"We created an environment where people want to turn out. We create on that players love to be in, and an environment that pushes them to be better."
So when the league cancelled the remainder of the competition, it was important that Latham and his staff got a start on preparing for the 2021 season.
But first came family.
"I think it’s very important that everyone concentrates on their family and making that everyone is safe," Latham said. "In the meantime, we’ll continue to make plans on how to best support our players during the next several months, from a compassionate and a physical point of view."
After the swift-moving pandemic, there’s still work to be done — on the pitch, in the stands, and in the Warriors’ front office as the club prepares for next year, the unprecedented fourth season of Major League Rugby.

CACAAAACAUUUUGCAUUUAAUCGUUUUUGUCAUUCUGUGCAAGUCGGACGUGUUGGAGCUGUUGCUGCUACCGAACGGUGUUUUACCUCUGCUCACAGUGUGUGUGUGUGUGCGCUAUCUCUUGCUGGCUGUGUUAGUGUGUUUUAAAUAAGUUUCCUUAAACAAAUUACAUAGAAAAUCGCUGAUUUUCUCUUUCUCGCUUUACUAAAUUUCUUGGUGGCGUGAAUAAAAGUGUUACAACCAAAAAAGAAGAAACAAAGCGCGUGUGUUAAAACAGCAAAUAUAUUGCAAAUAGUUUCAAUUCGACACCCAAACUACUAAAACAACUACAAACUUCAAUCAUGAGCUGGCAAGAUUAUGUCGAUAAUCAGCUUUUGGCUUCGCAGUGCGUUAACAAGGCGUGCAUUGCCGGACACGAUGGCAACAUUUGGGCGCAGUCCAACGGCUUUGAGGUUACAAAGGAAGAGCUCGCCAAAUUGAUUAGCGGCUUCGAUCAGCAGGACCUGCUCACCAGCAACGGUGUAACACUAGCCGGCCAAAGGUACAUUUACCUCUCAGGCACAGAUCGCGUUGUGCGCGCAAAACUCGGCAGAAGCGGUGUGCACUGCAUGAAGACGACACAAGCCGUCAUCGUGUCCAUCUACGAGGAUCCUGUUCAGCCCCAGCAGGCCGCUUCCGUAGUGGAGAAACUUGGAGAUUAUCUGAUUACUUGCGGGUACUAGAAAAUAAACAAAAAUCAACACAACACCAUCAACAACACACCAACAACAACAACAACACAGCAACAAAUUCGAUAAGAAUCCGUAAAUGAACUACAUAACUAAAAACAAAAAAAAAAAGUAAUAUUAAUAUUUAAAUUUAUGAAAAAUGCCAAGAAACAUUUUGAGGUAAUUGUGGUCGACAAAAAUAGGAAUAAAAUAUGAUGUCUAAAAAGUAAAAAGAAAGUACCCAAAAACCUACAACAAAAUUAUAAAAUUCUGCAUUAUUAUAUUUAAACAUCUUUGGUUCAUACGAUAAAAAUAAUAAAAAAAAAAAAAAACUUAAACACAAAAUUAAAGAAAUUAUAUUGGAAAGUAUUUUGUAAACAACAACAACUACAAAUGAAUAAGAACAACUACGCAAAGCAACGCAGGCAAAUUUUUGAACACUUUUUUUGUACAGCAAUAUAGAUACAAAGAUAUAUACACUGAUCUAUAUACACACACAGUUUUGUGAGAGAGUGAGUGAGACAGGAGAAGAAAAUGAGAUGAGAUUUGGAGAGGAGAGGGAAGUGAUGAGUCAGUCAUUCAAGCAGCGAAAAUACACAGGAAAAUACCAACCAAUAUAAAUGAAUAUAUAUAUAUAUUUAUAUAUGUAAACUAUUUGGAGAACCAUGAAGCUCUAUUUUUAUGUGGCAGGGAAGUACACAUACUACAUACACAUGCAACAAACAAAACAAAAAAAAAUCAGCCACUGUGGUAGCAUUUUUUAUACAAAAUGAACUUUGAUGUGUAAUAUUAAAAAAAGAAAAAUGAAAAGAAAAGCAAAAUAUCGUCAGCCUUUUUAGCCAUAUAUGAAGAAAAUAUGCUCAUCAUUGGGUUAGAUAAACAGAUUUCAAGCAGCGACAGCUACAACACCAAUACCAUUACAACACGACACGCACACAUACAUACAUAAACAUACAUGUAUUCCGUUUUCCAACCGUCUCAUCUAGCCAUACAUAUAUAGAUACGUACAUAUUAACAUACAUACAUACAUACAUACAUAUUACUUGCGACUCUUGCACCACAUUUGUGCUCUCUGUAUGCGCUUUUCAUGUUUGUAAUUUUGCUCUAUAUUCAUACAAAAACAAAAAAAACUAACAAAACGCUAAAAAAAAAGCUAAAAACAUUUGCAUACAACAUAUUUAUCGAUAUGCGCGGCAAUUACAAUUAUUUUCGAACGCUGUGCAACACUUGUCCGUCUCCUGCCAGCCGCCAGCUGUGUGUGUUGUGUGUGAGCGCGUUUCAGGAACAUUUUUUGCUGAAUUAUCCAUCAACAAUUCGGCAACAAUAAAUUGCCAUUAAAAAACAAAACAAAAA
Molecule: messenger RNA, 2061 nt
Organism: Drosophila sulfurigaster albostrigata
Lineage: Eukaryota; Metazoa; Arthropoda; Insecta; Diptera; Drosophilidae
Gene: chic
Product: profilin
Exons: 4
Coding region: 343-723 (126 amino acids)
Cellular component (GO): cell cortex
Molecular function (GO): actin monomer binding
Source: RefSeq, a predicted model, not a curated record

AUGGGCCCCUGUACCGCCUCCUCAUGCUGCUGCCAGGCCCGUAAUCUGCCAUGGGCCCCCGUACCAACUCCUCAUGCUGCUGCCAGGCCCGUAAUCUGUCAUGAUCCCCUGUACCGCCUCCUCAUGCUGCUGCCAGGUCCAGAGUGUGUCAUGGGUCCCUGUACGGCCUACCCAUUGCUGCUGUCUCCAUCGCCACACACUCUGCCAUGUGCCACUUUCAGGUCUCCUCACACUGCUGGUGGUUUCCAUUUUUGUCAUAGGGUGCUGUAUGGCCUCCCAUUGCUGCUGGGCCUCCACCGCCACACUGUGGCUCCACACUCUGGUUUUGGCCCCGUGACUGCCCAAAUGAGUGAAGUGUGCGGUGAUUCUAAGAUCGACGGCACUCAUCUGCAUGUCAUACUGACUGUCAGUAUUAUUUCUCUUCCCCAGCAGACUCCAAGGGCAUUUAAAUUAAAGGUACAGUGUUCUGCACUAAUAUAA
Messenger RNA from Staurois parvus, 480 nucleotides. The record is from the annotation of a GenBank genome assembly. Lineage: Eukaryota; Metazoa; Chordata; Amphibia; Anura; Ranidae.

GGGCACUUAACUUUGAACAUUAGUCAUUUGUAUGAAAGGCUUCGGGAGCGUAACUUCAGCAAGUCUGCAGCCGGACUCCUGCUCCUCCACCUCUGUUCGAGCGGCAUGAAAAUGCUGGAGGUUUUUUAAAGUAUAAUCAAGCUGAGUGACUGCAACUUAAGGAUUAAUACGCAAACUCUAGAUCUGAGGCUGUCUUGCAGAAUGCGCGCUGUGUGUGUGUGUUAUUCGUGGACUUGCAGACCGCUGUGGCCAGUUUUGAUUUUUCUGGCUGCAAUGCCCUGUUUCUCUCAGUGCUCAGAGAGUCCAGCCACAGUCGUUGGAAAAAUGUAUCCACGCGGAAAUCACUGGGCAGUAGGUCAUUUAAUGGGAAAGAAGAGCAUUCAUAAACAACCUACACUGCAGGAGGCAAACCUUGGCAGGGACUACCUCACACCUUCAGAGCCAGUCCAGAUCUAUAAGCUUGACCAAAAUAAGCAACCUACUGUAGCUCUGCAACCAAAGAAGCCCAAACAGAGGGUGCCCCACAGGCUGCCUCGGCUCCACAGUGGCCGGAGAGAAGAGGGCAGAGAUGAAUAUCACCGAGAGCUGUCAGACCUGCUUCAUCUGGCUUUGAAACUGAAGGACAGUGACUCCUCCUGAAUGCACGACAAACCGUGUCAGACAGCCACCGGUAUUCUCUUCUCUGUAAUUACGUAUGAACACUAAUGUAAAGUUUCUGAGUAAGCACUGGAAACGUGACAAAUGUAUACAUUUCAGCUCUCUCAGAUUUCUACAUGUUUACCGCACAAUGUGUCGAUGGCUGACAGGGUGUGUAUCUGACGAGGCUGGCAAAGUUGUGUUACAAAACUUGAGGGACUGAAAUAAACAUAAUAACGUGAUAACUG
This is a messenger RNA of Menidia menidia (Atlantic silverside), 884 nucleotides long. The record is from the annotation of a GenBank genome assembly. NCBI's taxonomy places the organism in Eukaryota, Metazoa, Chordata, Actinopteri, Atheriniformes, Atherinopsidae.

Because there will be a fourth season. Kjar is confident in that as he heads into a year-long "spring cleaning" process in the organization.
"First and foremost, the Warriors and Major League Rugby are not going anywhere. We’re not going to fade off into the background," Kjar said. "We have an opportunity to do something that we haven’t been able to do, from the inception of the Warriors and Major League Rugby. We’ve been scrambling from the get-go, trying to keep pace with the fast nature of professional sport and a new league.
"Now we have 300-something days before next season’s kickoff to take a look at our operations, and what strengths and weaknesses we need to fix in order to really set ourselves up for success."